There are about six and a half million children living in Mali,
in fact 38.3% of the
entire population of the country is aged 14 yrs or younger and
most live in poverty, with Mali being one of the poorest countries in the world.
As such 700,000 children under the age of 15yrs are
economically active such is the widespread poverty,
particularly in the sand strewn north of the
As such, life is already tough for Mali's children,
but its even tougher for the estimated 75000 children in Mali who have been
orphaned by AIDS with many of these children heading towards city
areas such as the capital Bamako in order to find ways to
There are some 4300 of these
children in Bamako alone, although the figure is probably much
higher. These children have very limited life opportunities, are out
of school, have no access to health care nor are ever likely
to enter the official job market. In turn they are at risk of
sexual exploitation and trafficking ~ its a simple fact that if
a child is taken from the streets and trafficked no-one apart
from their fellow street kids would ever know, or even care.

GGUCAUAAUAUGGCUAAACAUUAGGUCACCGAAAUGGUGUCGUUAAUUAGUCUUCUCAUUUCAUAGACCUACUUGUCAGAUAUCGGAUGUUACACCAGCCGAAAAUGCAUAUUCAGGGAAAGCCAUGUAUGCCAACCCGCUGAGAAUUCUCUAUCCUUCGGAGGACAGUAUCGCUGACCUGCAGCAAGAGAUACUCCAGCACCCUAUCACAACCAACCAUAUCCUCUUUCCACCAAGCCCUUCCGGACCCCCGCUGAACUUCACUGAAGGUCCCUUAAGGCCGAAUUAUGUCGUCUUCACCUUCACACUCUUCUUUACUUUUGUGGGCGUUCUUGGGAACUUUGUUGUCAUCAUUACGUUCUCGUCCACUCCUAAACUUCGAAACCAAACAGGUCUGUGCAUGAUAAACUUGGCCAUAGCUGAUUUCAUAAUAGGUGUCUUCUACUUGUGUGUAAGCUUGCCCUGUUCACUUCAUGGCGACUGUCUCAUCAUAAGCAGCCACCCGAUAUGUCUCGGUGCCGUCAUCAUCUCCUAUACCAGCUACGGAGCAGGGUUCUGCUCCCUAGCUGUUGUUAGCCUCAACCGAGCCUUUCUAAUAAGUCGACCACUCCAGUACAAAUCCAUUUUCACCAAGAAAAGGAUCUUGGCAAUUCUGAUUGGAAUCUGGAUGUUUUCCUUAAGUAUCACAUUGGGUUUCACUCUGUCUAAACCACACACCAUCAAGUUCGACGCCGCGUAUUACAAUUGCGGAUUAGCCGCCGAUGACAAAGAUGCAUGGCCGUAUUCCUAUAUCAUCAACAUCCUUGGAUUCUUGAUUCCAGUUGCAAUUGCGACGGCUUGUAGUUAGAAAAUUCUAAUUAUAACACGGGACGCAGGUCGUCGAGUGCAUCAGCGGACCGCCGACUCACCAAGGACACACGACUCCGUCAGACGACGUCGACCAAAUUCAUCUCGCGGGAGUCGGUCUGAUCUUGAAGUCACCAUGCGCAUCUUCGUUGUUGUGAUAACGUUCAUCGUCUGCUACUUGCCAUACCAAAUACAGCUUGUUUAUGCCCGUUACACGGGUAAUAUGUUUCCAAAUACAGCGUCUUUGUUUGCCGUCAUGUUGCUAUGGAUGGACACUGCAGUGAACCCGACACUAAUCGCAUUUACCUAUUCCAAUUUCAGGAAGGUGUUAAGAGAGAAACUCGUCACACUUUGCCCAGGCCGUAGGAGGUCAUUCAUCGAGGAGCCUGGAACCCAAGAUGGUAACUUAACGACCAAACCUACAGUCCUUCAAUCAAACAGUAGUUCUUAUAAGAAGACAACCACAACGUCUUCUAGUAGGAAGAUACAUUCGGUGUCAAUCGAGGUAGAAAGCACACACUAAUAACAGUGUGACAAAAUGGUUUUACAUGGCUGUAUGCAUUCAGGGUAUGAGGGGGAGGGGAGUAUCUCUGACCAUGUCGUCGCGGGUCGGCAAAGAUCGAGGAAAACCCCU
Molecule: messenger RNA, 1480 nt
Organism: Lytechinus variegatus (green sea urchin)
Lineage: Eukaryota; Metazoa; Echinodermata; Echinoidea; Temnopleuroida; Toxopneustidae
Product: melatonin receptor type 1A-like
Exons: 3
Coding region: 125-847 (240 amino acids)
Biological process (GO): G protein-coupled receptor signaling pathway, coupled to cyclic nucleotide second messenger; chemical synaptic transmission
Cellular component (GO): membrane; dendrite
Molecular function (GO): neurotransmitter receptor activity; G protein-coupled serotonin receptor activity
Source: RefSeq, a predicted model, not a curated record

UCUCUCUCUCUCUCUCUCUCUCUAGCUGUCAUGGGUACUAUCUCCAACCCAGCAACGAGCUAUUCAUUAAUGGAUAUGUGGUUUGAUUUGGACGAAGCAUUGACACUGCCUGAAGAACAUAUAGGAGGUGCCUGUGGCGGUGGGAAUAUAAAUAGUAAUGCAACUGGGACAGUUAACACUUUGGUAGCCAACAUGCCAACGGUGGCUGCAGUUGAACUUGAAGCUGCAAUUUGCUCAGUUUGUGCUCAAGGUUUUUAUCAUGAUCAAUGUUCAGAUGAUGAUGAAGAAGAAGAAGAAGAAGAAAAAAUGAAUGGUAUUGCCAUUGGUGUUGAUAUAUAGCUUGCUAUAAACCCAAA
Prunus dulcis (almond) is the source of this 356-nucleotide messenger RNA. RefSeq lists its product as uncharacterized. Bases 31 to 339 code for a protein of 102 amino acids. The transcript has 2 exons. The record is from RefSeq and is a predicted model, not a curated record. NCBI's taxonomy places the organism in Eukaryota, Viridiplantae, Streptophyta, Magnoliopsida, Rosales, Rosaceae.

Around 15,000 children in Mali, many of them street children, are
trafficked every few years to the Ivory Coast
where they work on cotton and cocoa plantations whilst girls are
similarly trafficked there mainly for domestic servitude.
Other children end up on the streets in Mali because they have
been sent to harsh Koranic schools mainly at the insistence of
their fathers who not only want them schooled in Islamic
tradition but also because of poverty and an inability to
provide for their children. Part of this 'schooling' is to beg on the
streets, an activity that is seen as an integral part of their
religious education. These children are known as 'manya' and
when they return to their school they hand over their spoils to
the Koranic masters and those who don't return with sufficient
rewards are beaten and otherwise punished.
The authorities in Mali are aware of this
activity but do little or nothing to address it preferring to
turn a blind eye. This harsh treatment causes many children to
run away, and, unable to return home to face further beatings,
they end up not just begging on the streets, but living on them.
In fact around 30% of street children in Mali state they are
street children following abuse by their Koranic masters.
all these street children it is estimated that around 19% are
aged under 13yrs old with the majority (46%) aged 13-16yrs, the
remainder are 16yrs and over, although of course, once they
reach 18yrs they are no longer classified as children, but they
remain on the streets nonetheless.